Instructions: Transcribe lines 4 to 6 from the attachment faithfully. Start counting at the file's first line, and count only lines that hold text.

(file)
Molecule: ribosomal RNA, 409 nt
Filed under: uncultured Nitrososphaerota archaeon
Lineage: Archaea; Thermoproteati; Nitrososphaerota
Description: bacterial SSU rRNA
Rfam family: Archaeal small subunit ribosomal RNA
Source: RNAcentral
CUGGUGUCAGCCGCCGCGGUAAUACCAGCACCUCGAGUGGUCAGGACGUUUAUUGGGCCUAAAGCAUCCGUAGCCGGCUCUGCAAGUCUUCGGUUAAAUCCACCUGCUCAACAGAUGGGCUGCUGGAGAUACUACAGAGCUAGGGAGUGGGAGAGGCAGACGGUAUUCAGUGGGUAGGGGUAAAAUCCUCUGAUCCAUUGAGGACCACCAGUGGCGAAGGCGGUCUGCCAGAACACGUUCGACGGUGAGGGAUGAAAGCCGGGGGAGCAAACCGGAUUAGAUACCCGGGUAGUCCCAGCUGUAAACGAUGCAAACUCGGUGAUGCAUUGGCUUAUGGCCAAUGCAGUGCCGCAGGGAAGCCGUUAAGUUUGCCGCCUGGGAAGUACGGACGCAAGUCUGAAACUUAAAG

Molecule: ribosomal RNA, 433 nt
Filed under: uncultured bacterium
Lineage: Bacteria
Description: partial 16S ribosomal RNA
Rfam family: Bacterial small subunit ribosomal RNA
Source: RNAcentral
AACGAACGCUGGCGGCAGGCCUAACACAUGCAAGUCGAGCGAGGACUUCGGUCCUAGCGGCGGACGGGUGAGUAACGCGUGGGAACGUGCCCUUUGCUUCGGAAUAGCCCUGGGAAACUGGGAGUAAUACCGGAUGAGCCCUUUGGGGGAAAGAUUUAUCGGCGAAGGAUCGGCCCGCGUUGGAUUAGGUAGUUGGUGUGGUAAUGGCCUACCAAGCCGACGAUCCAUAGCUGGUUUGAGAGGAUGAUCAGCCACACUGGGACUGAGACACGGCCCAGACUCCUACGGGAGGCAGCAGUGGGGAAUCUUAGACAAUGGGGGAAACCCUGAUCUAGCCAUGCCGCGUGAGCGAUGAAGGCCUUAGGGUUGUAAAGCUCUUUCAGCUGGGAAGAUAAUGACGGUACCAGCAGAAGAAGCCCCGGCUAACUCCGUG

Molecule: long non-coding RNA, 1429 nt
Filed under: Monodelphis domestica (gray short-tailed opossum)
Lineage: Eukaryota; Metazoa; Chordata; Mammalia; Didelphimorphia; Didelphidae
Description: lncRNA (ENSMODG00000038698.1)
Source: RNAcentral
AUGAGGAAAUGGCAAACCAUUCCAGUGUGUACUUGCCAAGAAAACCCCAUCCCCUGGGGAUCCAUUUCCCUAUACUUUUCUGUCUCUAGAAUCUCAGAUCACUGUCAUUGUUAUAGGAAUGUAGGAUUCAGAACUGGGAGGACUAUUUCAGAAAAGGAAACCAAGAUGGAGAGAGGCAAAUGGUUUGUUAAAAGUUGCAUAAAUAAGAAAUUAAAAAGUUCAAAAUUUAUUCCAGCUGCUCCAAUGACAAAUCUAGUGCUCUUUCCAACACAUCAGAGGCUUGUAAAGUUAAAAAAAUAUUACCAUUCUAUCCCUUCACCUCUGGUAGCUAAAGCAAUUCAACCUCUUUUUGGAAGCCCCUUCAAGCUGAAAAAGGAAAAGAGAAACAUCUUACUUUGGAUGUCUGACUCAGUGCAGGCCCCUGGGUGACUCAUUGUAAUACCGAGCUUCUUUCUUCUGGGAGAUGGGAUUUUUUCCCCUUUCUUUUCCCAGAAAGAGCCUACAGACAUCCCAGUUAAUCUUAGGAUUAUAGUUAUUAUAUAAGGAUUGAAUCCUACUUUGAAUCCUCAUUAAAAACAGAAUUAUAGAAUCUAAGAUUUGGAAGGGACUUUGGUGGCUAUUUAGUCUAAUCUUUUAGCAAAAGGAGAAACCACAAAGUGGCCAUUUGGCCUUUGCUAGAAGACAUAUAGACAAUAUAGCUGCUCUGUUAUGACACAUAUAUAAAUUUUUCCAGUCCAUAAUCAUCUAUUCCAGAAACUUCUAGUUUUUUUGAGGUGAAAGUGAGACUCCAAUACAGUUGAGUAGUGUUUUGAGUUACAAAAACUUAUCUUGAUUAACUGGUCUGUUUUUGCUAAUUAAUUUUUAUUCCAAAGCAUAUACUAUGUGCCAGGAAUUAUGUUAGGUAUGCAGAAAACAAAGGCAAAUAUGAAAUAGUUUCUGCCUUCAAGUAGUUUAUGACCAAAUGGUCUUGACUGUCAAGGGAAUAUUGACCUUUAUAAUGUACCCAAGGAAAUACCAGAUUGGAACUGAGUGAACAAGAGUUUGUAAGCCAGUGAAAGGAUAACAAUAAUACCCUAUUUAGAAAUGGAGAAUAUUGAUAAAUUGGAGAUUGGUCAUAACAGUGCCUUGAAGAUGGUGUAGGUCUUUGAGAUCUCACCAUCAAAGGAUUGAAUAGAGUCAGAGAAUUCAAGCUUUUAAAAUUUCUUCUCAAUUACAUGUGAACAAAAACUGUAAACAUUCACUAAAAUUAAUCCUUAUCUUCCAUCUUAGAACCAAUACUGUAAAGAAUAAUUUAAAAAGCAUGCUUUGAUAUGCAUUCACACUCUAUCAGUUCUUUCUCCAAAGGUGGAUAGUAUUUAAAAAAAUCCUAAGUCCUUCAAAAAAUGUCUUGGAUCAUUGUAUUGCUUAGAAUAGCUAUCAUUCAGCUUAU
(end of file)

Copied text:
Description: bacterial SSU rRNA
Rfam family: Archaeal small subunit ribosomal RNA
Source: RNAcentral